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I read the list of active ingredients in the cough medicine to make sure it’s got the drug that helps me get to sleep. Dyphenhydramine, check, not the imposter doxylamine succinate. Drug in hand, I head for the candy aisle, a box of Dots my 600 empty calories of reward for taking care of a basic errand.
As I move through the aisles, I see a man in multiple tattered hoodies snake his hand behind the plastic shield guarding the shelf of deodorants. I do the same move myself when I need them. What a bizarre system, to have to press a button to trigger an announcement on the in-store PA to tell an employee to come unlock the guard system for basic human necessities. Not to mention, the employee often never arrives. What a barbaric society, I think, that the razors and deodorants are hidden behind lock and key. In a just world, or even one with basic human dignity, these items would be given away for free. Instead, just a few paces from the counter where they dole out opioids, Old Spice is locked behind a protective screen like priceless jewels. This poor guy is probably using the few bucks he was able to panhandle so that he can smell slightly less straight-off-the-street when he tries to land himself a job.
What a fucked up time. What a fucked up place. It’s the kind of thing that can keep me up at night. I squeeze the precious dyphenhydramine.
Then, the man angles his back toward the round mirror affixed to the ceiling, an apparatus of the big-box pharmacy panopticon. He slips the Old Spice into the pocket of his second layered hoody.
What do I care? He doesn’t look to me, but I almost wish he does, so that I can give him a nod of affirmation, a little indication that I’m on his side, I’m one of the good ones, fuck the system, fuck Capitalism, fuck all of this. Good for him, stealing what they clearly hold so dear, the basic human necessity that the cruel corporate logic of loss prevention demands is locked away. Even the Robitussin—which can actually get you high!—is right there, free, naked on the shelf. This guy is probably trying to make his life better, he’s not chugging from a bottle and laying in filth to Robo-trip. And, even if he was, good for him! Seize whatever means of escape you can from the continental prison yard, forget the boot on your neck however you can.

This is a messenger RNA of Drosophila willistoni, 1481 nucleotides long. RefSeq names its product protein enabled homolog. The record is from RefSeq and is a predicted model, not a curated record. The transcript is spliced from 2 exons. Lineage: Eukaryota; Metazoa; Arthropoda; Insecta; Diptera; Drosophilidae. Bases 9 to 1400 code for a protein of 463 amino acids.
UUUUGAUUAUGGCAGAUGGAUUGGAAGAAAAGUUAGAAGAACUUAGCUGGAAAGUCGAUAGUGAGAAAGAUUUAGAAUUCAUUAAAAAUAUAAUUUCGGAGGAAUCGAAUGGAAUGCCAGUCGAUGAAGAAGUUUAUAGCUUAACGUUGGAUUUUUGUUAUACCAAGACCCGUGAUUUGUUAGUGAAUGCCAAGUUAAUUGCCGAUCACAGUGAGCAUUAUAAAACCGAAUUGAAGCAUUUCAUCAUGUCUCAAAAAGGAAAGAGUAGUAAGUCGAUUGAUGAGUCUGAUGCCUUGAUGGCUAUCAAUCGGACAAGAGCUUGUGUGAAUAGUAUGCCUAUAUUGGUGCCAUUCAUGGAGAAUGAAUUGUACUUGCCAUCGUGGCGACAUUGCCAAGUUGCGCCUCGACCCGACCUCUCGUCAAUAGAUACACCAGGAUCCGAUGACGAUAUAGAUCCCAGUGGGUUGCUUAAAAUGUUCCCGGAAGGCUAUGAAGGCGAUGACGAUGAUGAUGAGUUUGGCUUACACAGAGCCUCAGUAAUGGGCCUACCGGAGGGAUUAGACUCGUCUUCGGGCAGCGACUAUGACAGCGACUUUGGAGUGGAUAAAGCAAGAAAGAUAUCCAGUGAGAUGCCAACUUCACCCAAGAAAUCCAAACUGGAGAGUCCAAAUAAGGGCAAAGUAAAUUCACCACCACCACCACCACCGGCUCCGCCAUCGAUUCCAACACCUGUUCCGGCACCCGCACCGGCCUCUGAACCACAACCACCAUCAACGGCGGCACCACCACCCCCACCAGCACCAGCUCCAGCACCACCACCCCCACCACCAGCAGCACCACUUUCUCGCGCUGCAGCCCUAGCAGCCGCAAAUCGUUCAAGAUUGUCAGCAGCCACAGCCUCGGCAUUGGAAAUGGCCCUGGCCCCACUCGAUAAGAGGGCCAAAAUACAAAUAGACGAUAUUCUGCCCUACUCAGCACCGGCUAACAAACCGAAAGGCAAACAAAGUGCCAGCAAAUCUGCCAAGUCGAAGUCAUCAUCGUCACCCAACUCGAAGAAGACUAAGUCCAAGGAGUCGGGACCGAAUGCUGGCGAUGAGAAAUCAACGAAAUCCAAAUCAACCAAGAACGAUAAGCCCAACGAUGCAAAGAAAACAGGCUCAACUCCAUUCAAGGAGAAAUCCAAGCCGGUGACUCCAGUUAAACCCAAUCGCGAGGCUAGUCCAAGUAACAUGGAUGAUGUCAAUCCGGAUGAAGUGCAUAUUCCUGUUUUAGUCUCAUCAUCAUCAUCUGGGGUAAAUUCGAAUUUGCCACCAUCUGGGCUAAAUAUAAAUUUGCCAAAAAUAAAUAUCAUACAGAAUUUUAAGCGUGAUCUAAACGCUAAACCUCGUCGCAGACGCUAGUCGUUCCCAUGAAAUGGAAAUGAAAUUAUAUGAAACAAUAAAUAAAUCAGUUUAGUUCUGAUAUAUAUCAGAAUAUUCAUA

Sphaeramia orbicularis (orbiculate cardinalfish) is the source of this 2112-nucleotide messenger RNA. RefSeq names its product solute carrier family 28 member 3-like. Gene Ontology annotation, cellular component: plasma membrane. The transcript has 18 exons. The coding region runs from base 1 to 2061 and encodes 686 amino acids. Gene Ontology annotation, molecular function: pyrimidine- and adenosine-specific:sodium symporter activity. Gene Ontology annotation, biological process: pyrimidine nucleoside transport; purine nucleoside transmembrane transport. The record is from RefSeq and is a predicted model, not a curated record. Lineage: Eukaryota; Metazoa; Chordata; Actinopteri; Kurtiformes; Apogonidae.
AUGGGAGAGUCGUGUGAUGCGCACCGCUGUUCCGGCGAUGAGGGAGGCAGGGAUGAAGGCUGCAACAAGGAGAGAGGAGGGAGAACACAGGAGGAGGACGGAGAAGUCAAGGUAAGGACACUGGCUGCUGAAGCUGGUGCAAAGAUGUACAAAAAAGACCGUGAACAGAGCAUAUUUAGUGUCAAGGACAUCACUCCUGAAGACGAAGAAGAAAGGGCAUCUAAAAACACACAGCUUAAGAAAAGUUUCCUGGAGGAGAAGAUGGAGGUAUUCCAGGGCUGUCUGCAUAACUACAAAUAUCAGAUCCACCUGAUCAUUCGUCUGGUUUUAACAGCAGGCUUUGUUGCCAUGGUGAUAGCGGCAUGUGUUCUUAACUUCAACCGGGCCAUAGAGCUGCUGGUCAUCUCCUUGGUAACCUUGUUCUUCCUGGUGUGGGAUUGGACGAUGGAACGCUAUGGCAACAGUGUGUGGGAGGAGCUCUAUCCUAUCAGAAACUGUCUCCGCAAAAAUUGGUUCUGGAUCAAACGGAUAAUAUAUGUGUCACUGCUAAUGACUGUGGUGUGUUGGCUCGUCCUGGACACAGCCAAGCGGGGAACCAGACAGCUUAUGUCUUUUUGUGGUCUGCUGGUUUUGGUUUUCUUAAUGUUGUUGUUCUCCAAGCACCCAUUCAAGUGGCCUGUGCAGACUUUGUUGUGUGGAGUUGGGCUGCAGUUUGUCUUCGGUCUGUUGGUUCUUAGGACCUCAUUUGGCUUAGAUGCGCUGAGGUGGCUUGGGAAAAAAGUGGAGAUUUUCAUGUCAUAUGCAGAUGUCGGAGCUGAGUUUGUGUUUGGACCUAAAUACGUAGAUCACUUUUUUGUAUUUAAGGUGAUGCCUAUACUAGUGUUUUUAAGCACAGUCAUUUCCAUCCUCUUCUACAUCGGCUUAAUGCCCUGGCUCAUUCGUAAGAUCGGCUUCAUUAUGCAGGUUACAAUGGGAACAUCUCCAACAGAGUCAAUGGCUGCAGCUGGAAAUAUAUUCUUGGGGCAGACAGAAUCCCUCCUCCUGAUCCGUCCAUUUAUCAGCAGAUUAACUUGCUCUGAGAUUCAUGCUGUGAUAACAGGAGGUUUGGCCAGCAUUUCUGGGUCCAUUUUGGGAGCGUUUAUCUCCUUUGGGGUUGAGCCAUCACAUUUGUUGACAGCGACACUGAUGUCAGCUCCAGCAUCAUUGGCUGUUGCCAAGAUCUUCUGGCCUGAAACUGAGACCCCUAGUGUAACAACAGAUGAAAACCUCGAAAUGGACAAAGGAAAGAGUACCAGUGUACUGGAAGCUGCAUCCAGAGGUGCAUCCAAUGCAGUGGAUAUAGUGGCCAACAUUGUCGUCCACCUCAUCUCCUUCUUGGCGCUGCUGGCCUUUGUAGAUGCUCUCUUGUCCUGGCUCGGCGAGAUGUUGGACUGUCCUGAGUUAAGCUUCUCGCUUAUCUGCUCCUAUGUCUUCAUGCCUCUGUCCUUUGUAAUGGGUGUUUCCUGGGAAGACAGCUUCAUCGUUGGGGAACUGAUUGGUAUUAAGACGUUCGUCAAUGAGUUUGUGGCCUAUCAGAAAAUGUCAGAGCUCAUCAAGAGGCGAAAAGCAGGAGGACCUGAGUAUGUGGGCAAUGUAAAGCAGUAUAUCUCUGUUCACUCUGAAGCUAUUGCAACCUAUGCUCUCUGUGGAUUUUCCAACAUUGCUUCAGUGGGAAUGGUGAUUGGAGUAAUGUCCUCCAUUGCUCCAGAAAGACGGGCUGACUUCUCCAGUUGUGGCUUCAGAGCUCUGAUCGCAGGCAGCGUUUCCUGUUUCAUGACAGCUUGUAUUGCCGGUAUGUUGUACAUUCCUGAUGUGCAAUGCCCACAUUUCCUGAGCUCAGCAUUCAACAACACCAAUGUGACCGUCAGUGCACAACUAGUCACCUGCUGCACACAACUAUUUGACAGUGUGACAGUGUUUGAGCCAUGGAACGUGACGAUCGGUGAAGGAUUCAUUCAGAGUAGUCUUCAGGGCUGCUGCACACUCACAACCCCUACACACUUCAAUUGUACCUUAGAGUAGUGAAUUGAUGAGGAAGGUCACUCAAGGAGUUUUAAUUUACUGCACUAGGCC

But he’s not even doing that. He’s just trying to smell respectable.
I do nothing.
I think for a moment as I snag the Dots from the shelf that I should steal my Nyquil too. I should do my part to impact the bottom line, to strike back in whatever way I can at this unjust, inhumane, dehumanizing society. I toy with the idea, hover the Nyquil around my pants pocket.
I wait in line with Nyquil and Dots in hand, glancing idly at the odd racks of magazines, no longer topical, the pamphlet on the life of Princess Di gathering dust. I consider whether to add a Reese’s bar to my little reward, decide against it, and grab a little tube of strawberry-scented petrolium for my dry lips.
As I check out, the cashier asking whether I’d like to enter my phone number for ExtraCare Rewards, I notice the man in layered hoodies making his stealthy exit. As I tap in my phone number, I think about how frictionless his experience was. He didn’t even have to wait in a long line, or put in his phone number. In and out.
As my far-too-long receipt unfurls from the printer, I notice the man at the door has been stopped by CVS security. The interaction escalates. The cashier asks if I’d like a bag, I say no, wait actually sure. The man tries to break left and CVS security pins him against the edge of the automatically sliding door.
As I pass, the man gives me a look of pleading. I arch my eyebrows with empathy, trying to convey I’m one of the good ones.
I do nothing.
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